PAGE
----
“The Greatest” by Lana Del Rey

    Lana Del Rey captures the current cultural ennui and ongoing heartache with the staggering and striking lines, “LA is in flames‚ it’s getting hot/ Kanye West is blond and gone.” She manages to encapsulate the dread and doom caused by climate change in one line and in the next, the bewilderment at what’s going on with past pop stars who simply are just, as she says it, gone. With a finger on the zeitgeist’s pulse, she croons about the inevitable apocalypse and decay of things. “The culture is lit, and if this is it‚ I had a ball/ I guess that I’m burned out after all,” she whispers.


    “The Greatest” is a breakup and a eulogy, mourning a lost lover, cities, other things that are only myths now. She references past American signatures: Long Beach, The Beach Boys, the bygone days of when rock and roll ruled New York. It’s like a song played right before the end of everything, the last track played at the end of a party right before the lights come on, and you’re dancing until the last minute, knowing it’s already over.

    “Lose You to Love Me” by Selena Gomez

    If you’ve ever known a relationship was truly over and done for, but still wanted to revisit it to confirm, “Lose You to Love Me” will resonate. In a sparse track, Selena Gomez realizes, “I needed to lose you to find me/ This dance, it was killing me softly/ I needed to hate you to love me, yeah.” Gomez has not explicitly stated “Lose You to Love Me” is about Justin Bieber, but the pointed lines, “In two months, you replaced us/ Like it was easy” certainly suggests she’s talking about him. After breaking up with Gomez for what would be the last time, Bieber proposed to his former flame, Hailey Baldwin (now Hailey Bieber), within three months. If “Lose You to Love Me” is anything to go by, Gomez has moved somewhere past a tearful goodbye and much like Grande, transitioned to a place where the breakup is for the greater good.

    “Earfquake” by Tyler, the Creator

    “Earfquake” is a surprisingly sweet, imploring song to a soon-to-be ex-lover by Tyler, the Creator. It’s a strong contrast to his roots; at the beginning of the 2010s, the rapper rose to prominence as the leader of the highly influential collective Odd Future and made very acerbic, violent, and over-the-top songs about murder, kidnapping, and assault. His 2019 song “Earfquake” and album, IGOR, confirm Tyler’s sincere new direction. “Earfquake” is a mid-tempo song littered with hi-hats and garnished with soft piano flourishes. Against that colorful backdrop, Tyler earnestly pleads, “Don’t leave me, it’s my fault.”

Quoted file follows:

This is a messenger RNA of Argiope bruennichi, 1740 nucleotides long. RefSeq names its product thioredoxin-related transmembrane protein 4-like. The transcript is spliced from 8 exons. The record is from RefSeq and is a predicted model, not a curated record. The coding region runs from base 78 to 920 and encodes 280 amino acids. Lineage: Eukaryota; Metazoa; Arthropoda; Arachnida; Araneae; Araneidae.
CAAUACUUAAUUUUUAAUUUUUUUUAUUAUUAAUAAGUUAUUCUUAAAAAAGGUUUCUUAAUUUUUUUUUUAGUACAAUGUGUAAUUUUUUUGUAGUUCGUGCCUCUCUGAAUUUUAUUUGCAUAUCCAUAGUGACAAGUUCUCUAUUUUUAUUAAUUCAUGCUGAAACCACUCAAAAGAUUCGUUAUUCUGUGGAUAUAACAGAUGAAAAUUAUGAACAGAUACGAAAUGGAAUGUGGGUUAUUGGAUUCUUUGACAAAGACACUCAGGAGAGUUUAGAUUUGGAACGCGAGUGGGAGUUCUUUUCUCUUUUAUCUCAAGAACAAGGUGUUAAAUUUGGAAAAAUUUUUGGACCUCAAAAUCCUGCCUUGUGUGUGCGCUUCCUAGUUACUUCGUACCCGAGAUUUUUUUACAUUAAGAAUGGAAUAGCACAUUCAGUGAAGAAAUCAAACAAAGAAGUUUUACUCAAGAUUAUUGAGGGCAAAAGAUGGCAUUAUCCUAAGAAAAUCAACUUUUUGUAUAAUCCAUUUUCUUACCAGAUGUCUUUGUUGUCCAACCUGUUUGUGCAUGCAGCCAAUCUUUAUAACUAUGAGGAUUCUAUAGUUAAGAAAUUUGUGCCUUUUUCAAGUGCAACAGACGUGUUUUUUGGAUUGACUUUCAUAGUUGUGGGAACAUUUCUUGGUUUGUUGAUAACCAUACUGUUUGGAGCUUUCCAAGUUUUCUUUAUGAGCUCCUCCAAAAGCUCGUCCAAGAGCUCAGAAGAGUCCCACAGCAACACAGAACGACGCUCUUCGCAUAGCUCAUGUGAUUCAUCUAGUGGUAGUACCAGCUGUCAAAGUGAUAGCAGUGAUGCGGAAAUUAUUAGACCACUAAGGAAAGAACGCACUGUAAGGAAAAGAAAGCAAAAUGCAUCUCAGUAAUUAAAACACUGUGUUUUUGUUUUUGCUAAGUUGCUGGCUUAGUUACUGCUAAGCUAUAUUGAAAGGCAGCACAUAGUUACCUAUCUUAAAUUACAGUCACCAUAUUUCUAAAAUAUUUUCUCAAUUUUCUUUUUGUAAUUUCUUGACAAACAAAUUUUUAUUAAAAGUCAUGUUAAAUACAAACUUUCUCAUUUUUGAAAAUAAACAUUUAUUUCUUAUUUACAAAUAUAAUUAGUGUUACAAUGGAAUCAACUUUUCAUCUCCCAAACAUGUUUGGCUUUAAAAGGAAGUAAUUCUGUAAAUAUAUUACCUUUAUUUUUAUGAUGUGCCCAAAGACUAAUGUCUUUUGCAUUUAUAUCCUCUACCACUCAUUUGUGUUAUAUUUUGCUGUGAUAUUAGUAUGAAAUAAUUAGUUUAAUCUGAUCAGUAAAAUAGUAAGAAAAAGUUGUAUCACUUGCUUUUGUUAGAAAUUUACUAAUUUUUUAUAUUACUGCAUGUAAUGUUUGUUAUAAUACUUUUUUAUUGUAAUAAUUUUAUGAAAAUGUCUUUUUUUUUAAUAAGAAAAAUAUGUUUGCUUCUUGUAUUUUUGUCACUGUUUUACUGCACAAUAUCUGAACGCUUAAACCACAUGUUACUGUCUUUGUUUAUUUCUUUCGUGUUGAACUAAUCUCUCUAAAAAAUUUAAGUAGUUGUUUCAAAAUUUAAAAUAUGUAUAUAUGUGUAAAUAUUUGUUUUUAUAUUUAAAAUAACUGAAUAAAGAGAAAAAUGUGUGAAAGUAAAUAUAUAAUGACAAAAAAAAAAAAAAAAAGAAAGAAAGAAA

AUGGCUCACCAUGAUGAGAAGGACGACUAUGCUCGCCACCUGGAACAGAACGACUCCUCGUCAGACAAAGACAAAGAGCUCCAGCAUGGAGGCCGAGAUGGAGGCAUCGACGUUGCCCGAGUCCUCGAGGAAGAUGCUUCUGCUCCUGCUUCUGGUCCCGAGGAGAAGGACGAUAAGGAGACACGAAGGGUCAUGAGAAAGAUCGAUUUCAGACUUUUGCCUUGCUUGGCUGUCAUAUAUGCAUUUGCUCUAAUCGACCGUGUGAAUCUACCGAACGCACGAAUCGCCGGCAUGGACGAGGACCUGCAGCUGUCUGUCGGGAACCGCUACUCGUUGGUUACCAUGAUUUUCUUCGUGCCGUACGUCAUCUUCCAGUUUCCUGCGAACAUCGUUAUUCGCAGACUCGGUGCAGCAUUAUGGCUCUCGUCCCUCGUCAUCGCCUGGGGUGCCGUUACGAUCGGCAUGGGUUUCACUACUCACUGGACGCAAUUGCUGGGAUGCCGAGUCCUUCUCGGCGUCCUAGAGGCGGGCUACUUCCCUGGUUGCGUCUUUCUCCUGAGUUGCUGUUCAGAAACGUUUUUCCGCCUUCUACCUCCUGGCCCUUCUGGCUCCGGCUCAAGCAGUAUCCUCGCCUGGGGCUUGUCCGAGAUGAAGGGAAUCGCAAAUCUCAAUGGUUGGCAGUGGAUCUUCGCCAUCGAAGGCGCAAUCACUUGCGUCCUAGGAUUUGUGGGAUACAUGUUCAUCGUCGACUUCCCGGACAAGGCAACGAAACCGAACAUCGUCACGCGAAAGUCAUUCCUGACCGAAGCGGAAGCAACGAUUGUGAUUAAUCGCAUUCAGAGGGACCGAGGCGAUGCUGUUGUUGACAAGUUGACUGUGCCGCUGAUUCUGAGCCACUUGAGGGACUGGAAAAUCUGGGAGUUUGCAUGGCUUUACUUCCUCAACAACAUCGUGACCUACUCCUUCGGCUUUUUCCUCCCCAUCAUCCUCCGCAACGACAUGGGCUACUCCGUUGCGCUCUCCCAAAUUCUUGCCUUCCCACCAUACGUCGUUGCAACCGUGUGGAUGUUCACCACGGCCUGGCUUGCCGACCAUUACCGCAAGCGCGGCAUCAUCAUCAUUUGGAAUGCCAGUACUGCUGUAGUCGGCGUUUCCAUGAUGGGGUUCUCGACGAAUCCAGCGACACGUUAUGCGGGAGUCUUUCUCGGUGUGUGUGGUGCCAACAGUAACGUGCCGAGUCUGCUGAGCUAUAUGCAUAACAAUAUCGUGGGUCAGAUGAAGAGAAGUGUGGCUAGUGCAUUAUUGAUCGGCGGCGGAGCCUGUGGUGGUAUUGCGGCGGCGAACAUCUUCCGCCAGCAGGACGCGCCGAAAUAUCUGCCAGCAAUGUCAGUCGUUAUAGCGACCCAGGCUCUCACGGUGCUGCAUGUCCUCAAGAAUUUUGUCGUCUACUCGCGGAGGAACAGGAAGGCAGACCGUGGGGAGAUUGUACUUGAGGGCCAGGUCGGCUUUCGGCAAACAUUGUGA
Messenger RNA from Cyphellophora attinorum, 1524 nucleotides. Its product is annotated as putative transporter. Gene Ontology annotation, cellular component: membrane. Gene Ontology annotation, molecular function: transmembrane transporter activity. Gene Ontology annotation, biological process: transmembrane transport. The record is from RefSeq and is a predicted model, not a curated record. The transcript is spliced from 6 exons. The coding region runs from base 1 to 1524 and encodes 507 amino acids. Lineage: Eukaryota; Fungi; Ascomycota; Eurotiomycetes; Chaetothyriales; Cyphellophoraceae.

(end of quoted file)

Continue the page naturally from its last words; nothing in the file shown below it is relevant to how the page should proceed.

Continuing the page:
In conjunction with the rest of the songs on IGOR, it feels like he’s coming clean, baring some version of the truth and demanding the same from love and a lover. “Take your mask off,” he sings on “Running Out of Time”. “Stop lyin’, I know the real you.” Much like Tyler the Creator, when confronted with a love that might leave us wishing for tenderness and something more underneath, we’ll embrace the chaos that comes with and confess, “Don’t save, don’t save, don’t save/ It’s a low tide (I’ll be fine)/ I found peace in drownin.’”

    “Hardly to Blame” by Sheer Mag

    “Hardly to Blame” is the most delicious banger about telling your ex exactly why it’s over. It’s the title track on indie rock band Sheer Mag’s 2019 album, A Distant Call. The track is inspired by events in singer Tina Halladay’s own life including a breakup, the death of her estranged father, and losing a job. “Hardly to Blame” is one of the songs on the album that is less overt in explicit events it’s referencing, but its sheer exuberance and demand for an ex to realize a breakup is a two-person thing, feels cathartic. Halladay’s piercing voice shines on the track, as she sings, “I bet ya think you’re/ Hardly to blame,” and admits unreservedly, “I tried to love ya/ I tried to tell ya/ I tried, I tried, I tried, yeah.”

    Click ahead for more of our favorite breakup songs…